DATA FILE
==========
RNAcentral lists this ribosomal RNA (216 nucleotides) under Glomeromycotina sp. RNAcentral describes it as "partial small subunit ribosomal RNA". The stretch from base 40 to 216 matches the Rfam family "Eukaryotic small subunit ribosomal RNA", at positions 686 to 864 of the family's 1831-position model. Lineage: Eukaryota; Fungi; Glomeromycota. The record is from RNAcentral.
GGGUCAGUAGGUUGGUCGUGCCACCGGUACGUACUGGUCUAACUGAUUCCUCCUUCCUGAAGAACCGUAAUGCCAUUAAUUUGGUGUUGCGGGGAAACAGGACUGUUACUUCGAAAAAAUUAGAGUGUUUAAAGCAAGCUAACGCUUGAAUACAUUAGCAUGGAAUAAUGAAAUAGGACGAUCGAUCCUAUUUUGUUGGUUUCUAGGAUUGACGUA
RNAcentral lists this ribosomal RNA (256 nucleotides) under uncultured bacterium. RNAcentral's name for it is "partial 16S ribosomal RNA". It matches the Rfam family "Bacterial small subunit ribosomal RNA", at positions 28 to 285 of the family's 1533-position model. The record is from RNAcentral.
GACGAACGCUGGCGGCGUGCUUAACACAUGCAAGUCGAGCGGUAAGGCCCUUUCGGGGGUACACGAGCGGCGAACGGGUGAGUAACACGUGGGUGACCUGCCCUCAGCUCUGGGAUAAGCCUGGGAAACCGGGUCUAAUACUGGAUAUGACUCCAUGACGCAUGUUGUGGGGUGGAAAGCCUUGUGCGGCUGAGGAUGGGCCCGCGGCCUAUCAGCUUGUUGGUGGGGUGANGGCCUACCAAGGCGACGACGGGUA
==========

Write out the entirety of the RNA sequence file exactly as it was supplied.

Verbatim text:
RNAcentral lists this ribosomal RNA (216 nucleotides) under Glomeromycotina sp. RNAcentral describes it as "partial small subunit ribosomal RNA". The stretch from base 40 to 216 matches the Rfam family "Eukaryotic small subunit ribosomal RNA", at positions 686 to 864 of the family's 1831-position model. Lineage: Eukaryota; Fungi; Glomeromycota. The record is from RNAcentral.
GGGUCAGUAGGUUGGUCGUGCCACCGGUACGUACUGGUCUAACUGAUUCCUCCUUCCUGAAGAACCGUAAUGCCAUUAAUUUGGUGUUGCGGGGAAACAGGACUGUUACUUCGAAAAAAUUAGAGUGUUUAAAGCAAGCUAACGCUUGAAUACAUUAGCAUGGAAUAAUGAAAUAGGACGAUCGAUCCUAUUUUGUUGGUUUCUAGGAUUGACGUA
RNAcentral lists this ribosomal RNA (256 nucleotides) under uncultured bacterium. RNAcentral's name for it is "partial 16S ribosomal RNA". It matches the Rfam family "Bacterial small subunit ribosomal RNA", at positions 28 to 285 of the family's 1533-position model. The record is from RNAcentral.
GACGAACGCUGGCGGCGUGCUUAACACAUGCAAGUCGAGCGGUAAGGCCCUUUCGGGGGUACACGAGCGGCGAACGGGUGAGUAACACGUGGGUGACCUGCCCUCAGCUCUGGGAUAAGCCUGGGAAACCGGGUCUAAUACUGGAUAUGACUCCAUGACGCAUGUUGUGGGGUGGAAAGCCUUGUGCGGCUGAGGAUGGGCCCGCGGCCUAUCAGCUUGUUGGUGGGGUGANGGCCUACCAAGGCGACGACGGGUA